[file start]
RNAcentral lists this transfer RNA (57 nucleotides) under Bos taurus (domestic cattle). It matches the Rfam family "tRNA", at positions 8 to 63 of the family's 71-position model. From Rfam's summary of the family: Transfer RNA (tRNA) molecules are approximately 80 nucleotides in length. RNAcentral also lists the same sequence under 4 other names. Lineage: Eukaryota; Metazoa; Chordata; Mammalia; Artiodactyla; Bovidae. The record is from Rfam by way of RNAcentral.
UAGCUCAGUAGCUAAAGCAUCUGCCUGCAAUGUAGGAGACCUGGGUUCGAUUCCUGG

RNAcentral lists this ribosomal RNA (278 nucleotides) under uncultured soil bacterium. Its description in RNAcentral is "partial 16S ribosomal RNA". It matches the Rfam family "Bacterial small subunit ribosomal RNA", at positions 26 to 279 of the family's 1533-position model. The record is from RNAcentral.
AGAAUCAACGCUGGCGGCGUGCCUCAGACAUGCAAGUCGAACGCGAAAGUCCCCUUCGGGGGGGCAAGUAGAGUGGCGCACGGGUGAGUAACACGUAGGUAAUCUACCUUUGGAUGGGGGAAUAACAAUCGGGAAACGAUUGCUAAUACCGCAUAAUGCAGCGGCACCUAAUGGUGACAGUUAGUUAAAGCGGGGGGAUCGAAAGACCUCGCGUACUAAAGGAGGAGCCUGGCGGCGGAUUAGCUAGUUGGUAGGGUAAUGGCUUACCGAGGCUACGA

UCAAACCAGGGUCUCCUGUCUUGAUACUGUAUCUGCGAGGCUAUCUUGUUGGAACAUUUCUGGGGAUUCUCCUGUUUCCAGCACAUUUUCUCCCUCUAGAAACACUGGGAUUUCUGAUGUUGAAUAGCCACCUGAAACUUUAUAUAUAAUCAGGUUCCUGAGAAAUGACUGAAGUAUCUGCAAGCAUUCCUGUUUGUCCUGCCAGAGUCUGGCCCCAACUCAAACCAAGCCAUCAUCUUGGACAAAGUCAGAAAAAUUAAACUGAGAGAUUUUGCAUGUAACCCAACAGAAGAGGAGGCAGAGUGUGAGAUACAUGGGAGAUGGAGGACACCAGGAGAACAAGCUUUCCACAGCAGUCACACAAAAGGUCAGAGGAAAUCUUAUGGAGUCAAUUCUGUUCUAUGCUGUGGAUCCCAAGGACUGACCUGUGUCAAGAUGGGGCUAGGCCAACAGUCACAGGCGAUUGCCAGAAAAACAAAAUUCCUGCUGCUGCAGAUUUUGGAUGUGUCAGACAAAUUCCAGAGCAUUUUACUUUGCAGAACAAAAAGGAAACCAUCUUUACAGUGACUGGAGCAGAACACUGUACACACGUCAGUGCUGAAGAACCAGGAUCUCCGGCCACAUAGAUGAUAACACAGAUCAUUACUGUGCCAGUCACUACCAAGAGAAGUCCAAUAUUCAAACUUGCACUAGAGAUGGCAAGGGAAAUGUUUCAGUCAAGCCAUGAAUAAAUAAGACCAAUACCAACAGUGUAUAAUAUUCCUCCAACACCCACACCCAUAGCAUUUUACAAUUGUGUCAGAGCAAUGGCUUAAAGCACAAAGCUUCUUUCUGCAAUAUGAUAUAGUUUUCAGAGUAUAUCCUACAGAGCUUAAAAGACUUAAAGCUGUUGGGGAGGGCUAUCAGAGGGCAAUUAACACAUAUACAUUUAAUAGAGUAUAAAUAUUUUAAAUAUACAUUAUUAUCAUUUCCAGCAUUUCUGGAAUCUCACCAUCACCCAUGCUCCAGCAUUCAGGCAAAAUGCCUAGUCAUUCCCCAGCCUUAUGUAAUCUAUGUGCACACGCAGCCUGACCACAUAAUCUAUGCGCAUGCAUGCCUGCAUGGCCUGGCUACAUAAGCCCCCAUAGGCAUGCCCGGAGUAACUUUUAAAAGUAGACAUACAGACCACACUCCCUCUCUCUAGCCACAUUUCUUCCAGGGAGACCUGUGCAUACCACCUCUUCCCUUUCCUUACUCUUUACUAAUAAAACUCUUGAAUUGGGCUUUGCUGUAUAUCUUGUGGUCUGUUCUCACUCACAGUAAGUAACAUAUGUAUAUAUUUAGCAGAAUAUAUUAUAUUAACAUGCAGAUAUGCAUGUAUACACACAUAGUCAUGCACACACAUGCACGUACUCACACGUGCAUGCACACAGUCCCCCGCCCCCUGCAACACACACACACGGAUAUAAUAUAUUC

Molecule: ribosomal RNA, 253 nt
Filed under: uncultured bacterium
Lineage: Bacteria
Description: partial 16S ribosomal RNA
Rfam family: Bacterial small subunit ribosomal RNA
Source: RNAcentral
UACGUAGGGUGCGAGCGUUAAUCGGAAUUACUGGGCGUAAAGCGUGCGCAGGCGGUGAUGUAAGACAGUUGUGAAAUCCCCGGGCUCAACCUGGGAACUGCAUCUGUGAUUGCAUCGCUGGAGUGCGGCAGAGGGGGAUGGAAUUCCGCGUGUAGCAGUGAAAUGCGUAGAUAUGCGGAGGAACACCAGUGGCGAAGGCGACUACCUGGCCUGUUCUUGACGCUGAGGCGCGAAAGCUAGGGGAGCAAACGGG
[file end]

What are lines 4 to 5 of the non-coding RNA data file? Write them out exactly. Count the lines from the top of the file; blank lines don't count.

AGAAUCAACGCUGGCGGCGUGCCUCAGACAUGCAAGUCGAACGCGAAAGUCCCCUUCGGGGGGGCAAGUAGAGUGGCGCACGGGUGAGUAACACGUAGGUAAUCUACCUUUGGAUGGGGGAAUAACAAUCGGGAAACGAUUGCUAAUACCGCAUAAUGCAGCGGCACCUAAUGGUGACAGUUAGUUAAAGCGGGGGGAUCGAAAGACCUCGCGUACUAAAGGAGGAGCCUGGCGGCGGAUUAGCUAGUUGGUAGGGUAAUGGCUUACCGAGGCUACGA

UCAAACCAGGGUCUCCUGUCUUGAUACUGUAUCUGCGAGGCUAUCUUGUUGGAACAUUUCUGGGGAUUCUCCUGUUUCCAGCACAUUUUCUCCCUCUAGAAACACUGGGAUUUCUGAUGUUGAAUAGCCACCUGAAACUUUAUAUAUAAUCAGGUUCCUGAGAAAUGACUGAAGUAUCUGCAAGCAUUCCUGUUUGUCCUGCCAGAGUCUGGCCCCAACUCAAACCAAGCCAUCAUCUUGGACAAAGUCAGAAAAAUUAAACUGAGAGAUUUUGCAUGUAACCCAACAGAAGAGGAGGCAGAGUGUGAGAUACAUGGGAGAUGGAGGACACCAGGAGAACAAGCUUUCCACAGCAGUCACACAAAAGGUCAGAGGAAAUCUUAUGGAGUCAAUUCUGUUCUAUGCUGUGGAUCCCAAGGACUGACCUGUGUCAAGAUGGGGCUAGGCCAACAGUCACAGGCGAUUGCCAGAAAAACAAAAUUCCUGCUGCUGCAGAUUUUGGAUGUGUCAGACAAAUUCCAGAGCAUUUUACUUUGCAGAACAAAAAGGAAACCAUCUUUACAGUGACUGGAGCAGAACACUGUACACACGUCAGUGCUGAAGAACCAGGAUCUCCGGCCACAUAGAUGAUAACACAGAUCAUUACUGUGCCAGUCACUACCAAGAGAAGUCCAAUAUUCAAACUUGCACUAGAGAUGGCAAGGGAAAUGUUUCAGUCAAGCCAUGAAUAAAUAAGACCAAUACCAACAGUGUAUAAUAUUCCUCCAACACCCACACCCAUAGCAUUUUACAAUUGUGUCAGAGCAAUGGCUUAAAGCACAAAGCUUCUUUCUGCAAUAUGAUAUAGUUUUCAGAGUAUAUCCUACAGAGCUUAAAAGACUUAAAGCUGUUGGGGAGGGCUAUCAGAGGGCAAUUAACACAUAUACAUUUAAUAGAGUAUAAAUAUUUUAAAUAUACAUUAUUAUCAUUUCCAGCAUUUCUGGAAUCUCACCAUCACCCAUGCUCCAGCAUUCAGGCAAAAUGCCUAGUCAUUCCCCAGCCUUAUGUAAUCUAUGUGCACACGCAGCCUGACCACAUAAUCUAUGCGCAUGCAUGCCUGCAUGGCCUGGCUACAUAAGCCCCCAUAGGCAUGCCCGGAGUAACUUUUAAAAGUAGACAUACAGACCACACUCCCUCUCUCUAGCCACAUUUCUUCCAGGGAGACCUGUGCAUACCACCUCUUCCCUUUCCUUACUCUUUACUAAUAAAACUCUUGAAUUGGGCUUUGCUGUAUAUCUUGUGGUCUGUUCUCACUCACAGUAAGUAACAUAUGUAUAUAUUUAGCAGAAUAUAUUAUAUUAACAUGCAGAUAUGCAUGUAUACACACAUAGUCAUGCACACACAUGCACGUACUCACACGUGCAUGCACACAGUCCCCCGCCCCCUGCAACACACACACACGGAUAUAAUAUAUUC